Gazprom to begin Turkish Stream construction in next few days
Russian energy giant Gazprom will begin construction on the Black Sea portion of the Turkish Stream natural gas pipeline in a few days, according to CEO Aleksey Miller, who spoke to reporters on Thursday.
"We have finished all preparatory and mobilization works [on the Turkish Stream project]. I report to you that we are ready to start the construction of the sea stretch of the Turkish Stream gas pipeline in a few days," Miller said after a meeting with Russian President Vladimir Putin.
In anticipation of future competition, changing market dynamics in Europe, the limited success of Gazprom’s pivoting to China, and the phasing out of long-term contracts, Gazprom has followed through with a strategy of doubling down on Europe and securing its future market share by launching Nord Stream 2 and Turkish Stream.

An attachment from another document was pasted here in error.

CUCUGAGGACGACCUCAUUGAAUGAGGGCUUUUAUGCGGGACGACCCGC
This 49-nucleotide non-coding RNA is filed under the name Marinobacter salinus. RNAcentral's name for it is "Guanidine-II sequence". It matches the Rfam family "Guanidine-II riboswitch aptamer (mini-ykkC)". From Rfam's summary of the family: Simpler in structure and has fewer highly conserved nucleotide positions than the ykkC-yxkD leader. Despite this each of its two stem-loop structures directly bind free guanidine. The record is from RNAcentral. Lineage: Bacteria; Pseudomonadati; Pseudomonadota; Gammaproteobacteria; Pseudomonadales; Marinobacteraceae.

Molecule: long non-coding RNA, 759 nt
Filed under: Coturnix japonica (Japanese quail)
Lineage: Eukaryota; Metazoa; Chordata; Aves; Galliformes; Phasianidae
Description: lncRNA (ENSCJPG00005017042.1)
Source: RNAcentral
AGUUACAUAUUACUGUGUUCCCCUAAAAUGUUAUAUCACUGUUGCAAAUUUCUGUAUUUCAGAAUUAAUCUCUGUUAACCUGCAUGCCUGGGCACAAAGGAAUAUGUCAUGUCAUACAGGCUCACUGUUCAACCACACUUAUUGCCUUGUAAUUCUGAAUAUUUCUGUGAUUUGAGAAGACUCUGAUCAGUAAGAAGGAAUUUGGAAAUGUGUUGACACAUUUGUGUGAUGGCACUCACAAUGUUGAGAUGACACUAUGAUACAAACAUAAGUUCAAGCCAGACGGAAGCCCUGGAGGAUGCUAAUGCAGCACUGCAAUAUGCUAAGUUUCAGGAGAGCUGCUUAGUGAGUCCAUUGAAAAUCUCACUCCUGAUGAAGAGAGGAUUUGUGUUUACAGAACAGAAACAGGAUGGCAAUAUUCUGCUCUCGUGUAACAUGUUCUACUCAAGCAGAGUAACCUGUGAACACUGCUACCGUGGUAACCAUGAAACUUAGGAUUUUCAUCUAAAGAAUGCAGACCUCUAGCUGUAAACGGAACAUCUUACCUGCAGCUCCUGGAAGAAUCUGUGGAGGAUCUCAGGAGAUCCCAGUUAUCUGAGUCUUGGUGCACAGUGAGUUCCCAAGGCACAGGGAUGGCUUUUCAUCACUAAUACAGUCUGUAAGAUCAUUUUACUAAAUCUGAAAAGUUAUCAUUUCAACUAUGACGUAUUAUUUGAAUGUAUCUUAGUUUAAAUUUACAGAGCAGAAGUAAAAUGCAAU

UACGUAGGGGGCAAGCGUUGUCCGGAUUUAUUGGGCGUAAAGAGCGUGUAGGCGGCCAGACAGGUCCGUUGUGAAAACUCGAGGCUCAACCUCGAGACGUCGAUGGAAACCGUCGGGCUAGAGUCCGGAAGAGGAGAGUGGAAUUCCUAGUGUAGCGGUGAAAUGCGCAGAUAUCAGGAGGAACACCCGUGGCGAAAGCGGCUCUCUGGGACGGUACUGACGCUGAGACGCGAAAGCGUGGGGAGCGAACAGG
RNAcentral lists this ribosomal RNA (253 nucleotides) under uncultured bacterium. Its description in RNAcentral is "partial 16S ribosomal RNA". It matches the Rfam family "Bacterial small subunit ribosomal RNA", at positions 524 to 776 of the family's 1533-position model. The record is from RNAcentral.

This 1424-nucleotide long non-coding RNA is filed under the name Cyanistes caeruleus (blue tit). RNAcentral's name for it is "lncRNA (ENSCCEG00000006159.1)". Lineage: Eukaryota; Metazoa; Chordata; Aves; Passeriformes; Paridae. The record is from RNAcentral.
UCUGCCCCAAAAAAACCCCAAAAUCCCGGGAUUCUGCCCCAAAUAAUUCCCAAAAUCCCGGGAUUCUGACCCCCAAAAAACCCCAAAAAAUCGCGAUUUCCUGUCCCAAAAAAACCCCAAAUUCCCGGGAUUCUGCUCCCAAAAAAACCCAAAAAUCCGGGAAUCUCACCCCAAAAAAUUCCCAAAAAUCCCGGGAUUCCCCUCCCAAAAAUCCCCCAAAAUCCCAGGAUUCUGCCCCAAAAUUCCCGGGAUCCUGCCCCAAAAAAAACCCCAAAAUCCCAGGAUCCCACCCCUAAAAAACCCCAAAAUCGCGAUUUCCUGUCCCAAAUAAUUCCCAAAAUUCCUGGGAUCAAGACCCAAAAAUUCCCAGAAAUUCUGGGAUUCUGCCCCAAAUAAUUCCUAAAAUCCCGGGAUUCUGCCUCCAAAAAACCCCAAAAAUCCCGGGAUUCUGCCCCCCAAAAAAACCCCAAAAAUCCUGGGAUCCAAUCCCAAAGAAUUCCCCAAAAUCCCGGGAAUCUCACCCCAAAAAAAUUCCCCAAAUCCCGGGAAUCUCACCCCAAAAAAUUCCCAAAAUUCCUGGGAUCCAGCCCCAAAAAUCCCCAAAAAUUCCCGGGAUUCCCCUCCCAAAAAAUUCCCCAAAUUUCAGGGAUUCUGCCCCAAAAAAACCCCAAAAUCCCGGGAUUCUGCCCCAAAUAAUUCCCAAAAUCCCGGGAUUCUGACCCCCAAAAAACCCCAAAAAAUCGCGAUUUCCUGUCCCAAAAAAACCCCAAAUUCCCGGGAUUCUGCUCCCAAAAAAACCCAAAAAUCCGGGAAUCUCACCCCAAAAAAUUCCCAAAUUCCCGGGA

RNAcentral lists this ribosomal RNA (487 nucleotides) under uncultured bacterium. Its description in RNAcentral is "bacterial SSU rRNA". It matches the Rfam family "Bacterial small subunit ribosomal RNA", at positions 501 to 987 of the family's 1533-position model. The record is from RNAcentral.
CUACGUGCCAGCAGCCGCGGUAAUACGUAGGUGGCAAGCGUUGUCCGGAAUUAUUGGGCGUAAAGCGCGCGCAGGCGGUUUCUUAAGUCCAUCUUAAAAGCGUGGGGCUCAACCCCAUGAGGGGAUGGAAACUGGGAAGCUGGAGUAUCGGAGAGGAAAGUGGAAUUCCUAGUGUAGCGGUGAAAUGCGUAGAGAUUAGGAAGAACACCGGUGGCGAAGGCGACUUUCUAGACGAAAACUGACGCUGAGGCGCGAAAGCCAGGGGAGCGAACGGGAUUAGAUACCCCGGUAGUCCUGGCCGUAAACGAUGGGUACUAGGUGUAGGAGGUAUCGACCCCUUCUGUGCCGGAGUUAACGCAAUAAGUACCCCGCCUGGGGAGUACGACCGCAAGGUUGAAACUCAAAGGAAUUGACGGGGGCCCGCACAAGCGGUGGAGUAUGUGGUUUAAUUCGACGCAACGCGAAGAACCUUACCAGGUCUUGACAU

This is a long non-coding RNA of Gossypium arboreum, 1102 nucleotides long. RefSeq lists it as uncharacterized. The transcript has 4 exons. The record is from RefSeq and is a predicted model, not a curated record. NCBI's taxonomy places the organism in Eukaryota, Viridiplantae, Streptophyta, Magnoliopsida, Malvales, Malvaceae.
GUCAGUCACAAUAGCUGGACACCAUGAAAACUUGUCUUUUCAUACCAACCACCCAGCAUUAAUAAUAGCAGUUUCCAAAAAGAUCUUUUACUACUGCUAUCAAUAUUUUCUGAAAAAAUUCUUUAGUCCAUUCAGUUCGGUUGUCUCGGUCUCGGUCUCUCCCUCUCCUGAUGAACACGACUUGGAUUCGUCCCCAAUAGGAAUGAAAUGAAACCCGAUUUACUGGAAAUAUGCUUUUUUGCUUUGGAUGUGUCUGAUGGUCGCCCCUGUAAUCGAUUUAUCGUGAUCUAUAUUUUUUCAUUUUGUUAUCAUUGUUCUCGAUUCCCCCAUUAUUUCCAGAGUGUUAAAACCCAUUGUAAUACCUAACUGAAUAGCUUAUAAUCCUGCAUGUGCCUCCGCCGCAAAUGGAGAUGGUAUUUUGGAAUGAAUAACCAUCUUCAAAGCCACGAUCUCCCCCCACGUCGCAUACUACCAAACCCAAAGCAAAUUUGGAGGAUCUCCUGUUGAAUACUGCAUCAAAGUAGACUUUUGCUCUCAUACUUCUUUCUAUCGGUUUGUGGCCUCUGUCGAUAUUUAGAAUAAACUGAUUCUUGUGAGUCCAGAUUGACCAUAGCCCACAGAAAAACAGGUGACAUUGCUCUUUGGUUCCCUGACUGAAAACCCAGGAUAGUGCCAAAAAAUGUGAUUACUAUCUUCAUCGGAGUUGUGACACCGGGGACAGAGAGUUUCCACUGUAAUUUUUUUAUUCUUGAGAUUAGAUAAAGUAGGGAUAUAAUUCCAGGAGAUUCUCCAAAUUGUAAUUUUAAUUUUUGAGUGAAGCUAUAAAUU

In doing so, the Russian gas giant is enacting a “pincer” strategy aimed at eliminating the need for the gas to transit through Ukraine. This would remove the transit risk based on political quarrels between Russia and Ukraine.
Russia’s ambition to export gas to China seems to be a pipe dream for the moment. Although having signed a largely political agreement, Beijing has not committed to any concrete terms as it pressures Russia on accepting a much lower-than-requested export price.
Read more on Oilprice.com: Are Gasoline Prices About To Crash? Glut Moves Downstream
Russia and Turkey signed the agreement authorizing the pipeline last October. Previously, Miller had said construction would begin later this year, but the timeline has moved up since a couple of weeks ago.
"In the second half of this year, we will start the laying of the gas pipeline and we plan to complete the construction of two lines of the Turkish Stream by the end of 2019,” he said in late April. “The drilling of the first section of the micro tunnel has been completed on the Russian part, the second micro tunnel is ready for 98.5 percent.”
This article was originally published on Oilprice.com